The “Soulmate” Quality of Quantum Non-Locality and Photons

When a photon, a particle with no mass which is effectively a quantum packet of light, divides due to some external force, its energy is split and it emerges as 2 photons. These new photons are forever intrinsically tied together, able to communicate instantaneously despite their great distances as the universe expands. This should not be possible as light cannot travel faster than 299,792,458 kilometers per second. Regardless of how far apart these particles travel, their profound bond is unbreakable as they will always remain connected regardless of circumstance. This can be thought of as the ancient Greek philosopher Plato’s understanding of love, with a single being split into 2 beings with the new beings become soulmates who search for eachother eternally. For as long as the soulmates, or photons, exist, they will be intrinsically tied to each other as the one and only soulmate, or particle, which has the capability to do this with its pair. This long distance relationship between all elementary particles has been on going since the beginning of the universe, a fidelity which lasts for as long as the universe exists. The simple act of observant measurement is all that is required to sever this tremendous commitment between particles. If the spin of one particle is measured, a seemingly innocuous act by a third party observer, the bond between each particle is forever severed, never to return to its previous state. It’s unclear how these particles communicate which includes the break up message sent between them when the integer spin of one of the pair is observed

The Rationale as to Why Scientific Fact is Often Referred to as “Scientific Theory”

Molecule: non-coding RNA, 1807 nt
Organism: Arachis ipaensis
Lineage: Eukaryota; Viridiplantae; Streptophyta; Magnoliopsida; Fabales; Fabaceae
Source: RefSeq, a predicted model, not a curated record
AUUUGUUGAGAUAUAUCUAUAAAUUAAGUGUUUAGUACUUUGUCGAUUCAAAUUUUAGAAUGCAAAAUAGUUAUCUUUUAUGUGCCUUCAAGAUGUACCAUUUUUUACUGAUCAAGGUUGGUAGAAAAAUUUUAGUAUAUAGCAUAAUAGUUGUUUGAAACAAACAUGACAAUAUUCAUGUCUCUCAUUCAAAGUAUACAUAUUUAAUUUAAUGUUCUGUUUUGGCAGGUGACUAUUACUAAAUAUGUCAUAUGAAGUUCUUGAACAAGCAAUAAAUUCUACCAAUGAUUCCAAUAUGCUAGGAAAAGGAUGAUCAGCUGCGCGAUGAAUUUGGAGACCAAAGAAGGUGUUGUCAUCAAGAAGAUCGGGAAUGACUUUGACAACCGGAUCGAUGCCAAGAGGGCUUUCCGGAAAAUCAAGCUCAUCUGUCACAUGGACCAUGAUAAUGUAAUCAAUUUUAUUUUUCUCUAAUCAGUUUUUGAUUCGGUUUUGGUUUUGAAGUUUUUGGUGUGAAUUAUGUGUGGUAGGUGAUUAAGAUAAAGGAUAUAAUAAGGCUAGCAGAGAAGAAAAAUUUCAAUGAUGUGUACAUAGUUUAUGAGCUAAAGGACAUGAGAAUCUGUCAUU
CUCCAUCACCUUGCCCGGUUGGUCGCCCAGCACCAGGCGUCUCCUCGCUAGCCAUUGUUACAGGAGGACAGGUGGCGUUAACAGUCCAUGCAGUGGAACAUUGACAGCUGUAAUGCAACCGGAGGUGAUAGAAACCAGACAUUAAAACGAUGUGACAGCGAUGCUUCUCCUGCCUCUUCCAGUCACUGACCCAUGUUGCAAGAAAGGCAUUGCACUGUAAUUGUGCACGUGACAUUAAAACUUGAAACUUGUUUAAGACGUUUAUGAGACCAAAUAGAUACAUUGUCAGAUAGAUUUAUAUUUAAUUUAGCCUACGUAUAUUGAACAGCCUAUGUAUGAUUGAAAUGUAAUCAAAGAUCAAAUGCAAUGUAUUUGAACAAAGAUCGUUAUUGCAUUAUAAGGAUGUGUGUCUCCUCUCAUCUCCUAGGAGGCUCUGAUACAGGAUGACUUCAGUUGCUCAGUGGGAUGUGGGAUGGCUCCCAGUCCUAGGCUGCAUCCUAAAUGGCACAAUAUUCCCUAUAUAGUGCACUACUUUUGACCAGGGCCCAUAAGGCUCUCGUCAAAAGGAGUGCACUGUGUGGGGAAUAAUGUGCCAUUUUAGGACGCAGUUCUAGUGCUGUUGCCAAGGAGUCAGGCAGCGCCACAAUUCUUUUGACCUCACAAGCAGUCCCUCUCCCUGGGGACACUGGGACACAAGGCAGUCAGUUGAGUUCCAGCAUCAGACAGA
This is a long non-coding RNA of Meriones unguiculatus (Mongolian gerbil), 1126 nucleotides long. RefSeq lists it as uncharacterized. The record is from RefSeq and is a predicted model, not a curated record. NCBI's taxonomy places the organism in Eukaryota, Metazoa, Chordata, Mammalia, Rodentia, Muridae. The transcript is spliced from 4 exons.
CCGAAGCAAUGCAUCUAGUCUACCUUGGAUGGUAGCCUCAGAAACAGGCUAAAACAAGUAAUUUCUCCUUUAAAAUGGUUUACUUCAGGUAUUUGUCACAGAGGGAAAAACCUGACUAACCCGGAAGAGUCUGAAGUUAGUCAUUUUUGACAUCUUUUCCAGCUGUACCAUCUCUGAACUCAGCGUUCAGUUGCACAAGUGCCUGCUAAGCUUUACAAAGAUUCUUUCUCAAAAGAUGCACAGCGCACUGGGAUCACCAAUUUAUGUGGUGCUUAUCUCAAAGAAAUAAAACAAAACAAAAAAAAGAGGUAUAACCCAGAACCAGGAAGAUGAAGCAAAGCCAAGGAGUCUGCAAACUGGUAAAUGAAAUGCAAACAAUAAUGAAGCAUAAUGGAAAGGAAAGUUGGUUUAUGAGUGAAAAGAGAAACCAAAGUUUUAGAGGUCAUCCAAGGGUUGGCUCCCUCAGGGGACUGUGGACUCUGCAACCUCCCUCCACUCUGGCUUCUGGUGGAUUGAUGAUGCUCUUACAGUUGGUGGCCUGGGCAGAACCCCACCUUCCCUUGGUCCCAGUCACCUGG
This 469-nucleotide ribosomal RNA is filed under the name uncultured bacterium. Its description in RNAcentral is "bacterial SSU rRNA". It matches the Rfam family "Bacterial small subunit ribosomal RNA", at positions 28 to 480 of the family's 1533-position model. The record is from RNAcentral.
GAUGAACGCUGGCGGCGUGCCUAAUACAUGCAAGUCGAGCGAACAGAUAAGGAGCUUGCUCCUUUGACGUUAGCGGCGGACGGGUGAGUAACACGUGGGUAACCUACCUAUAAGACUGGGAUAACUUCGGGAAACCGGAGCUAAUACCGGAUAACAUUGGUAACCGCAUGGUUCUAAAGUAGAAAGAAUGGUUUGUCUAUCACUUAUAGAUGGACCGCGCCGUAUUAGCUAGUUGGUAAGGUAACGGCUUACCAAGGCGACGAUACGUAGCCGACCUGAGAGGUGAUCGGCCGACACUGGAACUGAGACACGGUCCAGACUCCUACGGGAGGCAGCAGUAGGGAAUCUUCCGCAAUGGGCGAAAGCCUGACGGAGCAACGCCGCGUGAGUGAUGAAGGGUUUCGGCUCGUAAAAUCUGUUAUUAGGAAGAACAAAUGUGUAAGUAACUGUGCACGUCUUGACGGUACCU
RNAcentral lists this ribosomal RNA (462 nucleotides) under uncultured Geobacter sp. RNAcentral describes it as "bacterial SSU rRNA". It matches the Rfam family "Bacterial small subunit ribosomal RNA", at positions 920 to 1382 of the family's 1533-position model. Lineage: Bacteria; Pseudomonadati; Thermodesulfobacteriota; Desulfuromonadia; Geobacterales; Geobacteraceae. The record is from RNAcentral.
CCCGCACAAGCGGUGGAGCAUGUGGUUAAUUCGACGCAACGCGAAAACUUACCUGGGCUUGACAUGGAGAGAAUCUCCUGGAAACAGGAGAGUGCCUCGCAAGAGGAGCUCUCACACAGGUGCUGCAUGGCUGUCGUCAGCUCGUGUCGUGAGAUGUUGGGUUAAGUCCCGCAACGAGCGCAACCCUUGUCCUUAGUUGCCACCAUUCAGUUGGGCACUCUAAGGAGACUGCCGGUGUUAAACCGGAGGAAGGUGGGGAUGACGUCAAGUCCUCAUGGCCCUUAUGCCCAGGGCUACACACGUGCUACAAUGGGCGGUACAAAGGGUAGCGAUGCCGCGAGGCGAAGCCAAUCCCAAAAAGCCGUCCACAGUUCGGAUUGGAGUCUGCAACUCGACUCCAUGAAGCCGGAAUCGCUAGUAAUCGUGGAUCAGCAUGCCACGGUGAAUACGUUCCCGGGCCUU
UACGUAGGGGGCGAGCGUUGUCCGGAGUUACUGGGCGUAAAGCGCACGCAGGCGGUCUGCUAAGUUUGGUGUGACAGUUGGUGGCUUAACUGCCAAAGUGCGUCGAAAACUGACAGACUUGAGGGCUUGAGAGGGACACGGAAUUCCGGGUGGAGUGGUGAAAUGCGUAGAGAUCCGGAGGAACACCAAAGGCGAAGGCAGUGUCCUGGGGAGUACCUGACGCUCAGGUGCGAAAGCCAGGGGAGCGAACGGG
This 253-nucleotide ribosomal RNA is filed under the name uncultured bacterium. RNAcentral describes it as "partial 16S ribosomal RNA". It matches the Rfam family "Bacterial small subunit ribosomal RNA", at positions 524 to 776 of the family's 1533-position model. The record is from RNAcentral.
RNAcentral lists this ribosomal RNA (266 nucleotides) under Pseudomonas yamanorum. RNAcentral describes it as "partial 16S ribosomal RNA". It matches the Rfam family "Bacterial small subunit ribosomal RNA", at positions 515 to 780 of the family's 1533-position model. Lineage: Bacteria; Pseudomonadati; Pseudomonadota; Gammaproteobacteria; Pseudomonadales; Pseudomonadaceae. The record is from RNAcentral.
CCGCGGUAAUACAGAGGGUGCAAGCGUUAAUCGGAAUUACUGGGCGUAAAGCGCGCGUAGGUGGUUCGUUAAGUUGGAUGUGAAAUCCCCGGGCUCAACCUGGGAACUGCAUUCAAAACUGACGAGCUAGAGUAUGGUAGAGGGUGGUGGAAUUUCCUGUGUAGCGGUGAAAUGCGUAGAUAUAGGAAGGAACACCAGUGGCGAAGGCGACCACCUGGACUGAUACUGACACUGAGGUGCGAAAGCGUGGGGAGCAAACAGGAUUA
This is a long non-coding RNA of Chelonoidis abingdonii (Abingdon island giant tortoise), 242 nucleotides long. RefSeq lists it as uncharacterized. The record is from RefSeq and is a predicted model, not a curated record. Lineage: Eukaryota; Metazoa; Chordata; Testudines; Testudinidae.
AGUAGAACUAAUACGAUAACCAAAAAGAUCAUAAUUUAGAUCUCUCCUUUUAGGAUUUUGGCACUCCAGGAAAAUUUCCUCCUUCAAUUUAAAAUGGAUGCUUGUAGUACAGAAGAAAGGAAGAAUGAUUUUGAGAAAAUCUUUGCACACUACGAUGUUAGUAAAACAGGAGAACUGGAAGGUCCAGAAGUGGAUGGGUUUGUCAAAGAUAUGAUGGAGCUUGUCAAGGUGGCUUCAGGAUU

The term “theory” placed behind suffixes of large theories like gravity, evolution, and special relativity (e.g. the Theory of Gravity, the Theory of Evolution, the Theory of Special Relativity etc.), doesn’t mean “theory” in the traditional sense. During the 20th century, Sir Isaac Newton’s Laws of Motion began to break down within the theories own borderlines as physics progressed further and further to answer continually larger and more complex questions. As a direct result of this, a grander, more encapsulating law was required to explain certain phenomena (e.g. the reason the sun has a corona of light bend around it during a total solar eclipse) which is why Albert Einstein’s Theory of Relativity is so immensely important, as it explains such phenomena after which Newton’s laws begin to break down (e.g. Newton’s ability to predict planetary orbit but not explain why such a function occurs in nature etc.). Eventually the international scientific community unanimously agreed that laws should not be named as such because they may not remain laws in the long term, as there may be concepts outside of them which help explain both the supposed law itself as well broader phenomena outside of the suppositional law. The term “theory” was utilized to replace the term “law” because something scientific which can change over time, is not or was not truly a law to begin with. The term “theory” is used in the connotation of an idea which accurately describes a phenomena and empowers an observer to accurately predict what they have yet to observe. An idea isn’t genuinely a “theory” until it’s supported by empirical evidence, before which time it remains as a “hypothesis”

The Reason the True Age of the Universe Can Be Definitively Proven

This discovery of the speed of light provided a satisfactory explanation as to why the world becomes dark at night. This is immensely important as the further a star is from an observer, the longer it will take for light to arrive from that point, to the observer themself. If the universe was infinite in its age, all of the light ever created would have had time to reach the Earth which would cause the night sky to be ablaze with starlight, photons emitted from every single possible part of the universe. This clearly is not the case so it is abundantly evident that the universe must have had an origin point. Scientists use the term “observable universe” as it’s entirely possible and likely that matter exists outside of what can be observed predicated upon the theory that as the universe expanded, light from this matter would have to travel increasingly larger distances to reach an observer. Because of constant expansion, this light has not yet had the chance to reach the Earth and perhaps never will, causing it to be outside of an observers field of vision and therefore unable to be proven in its existence using current methods and technologies

 

The Cosmic Web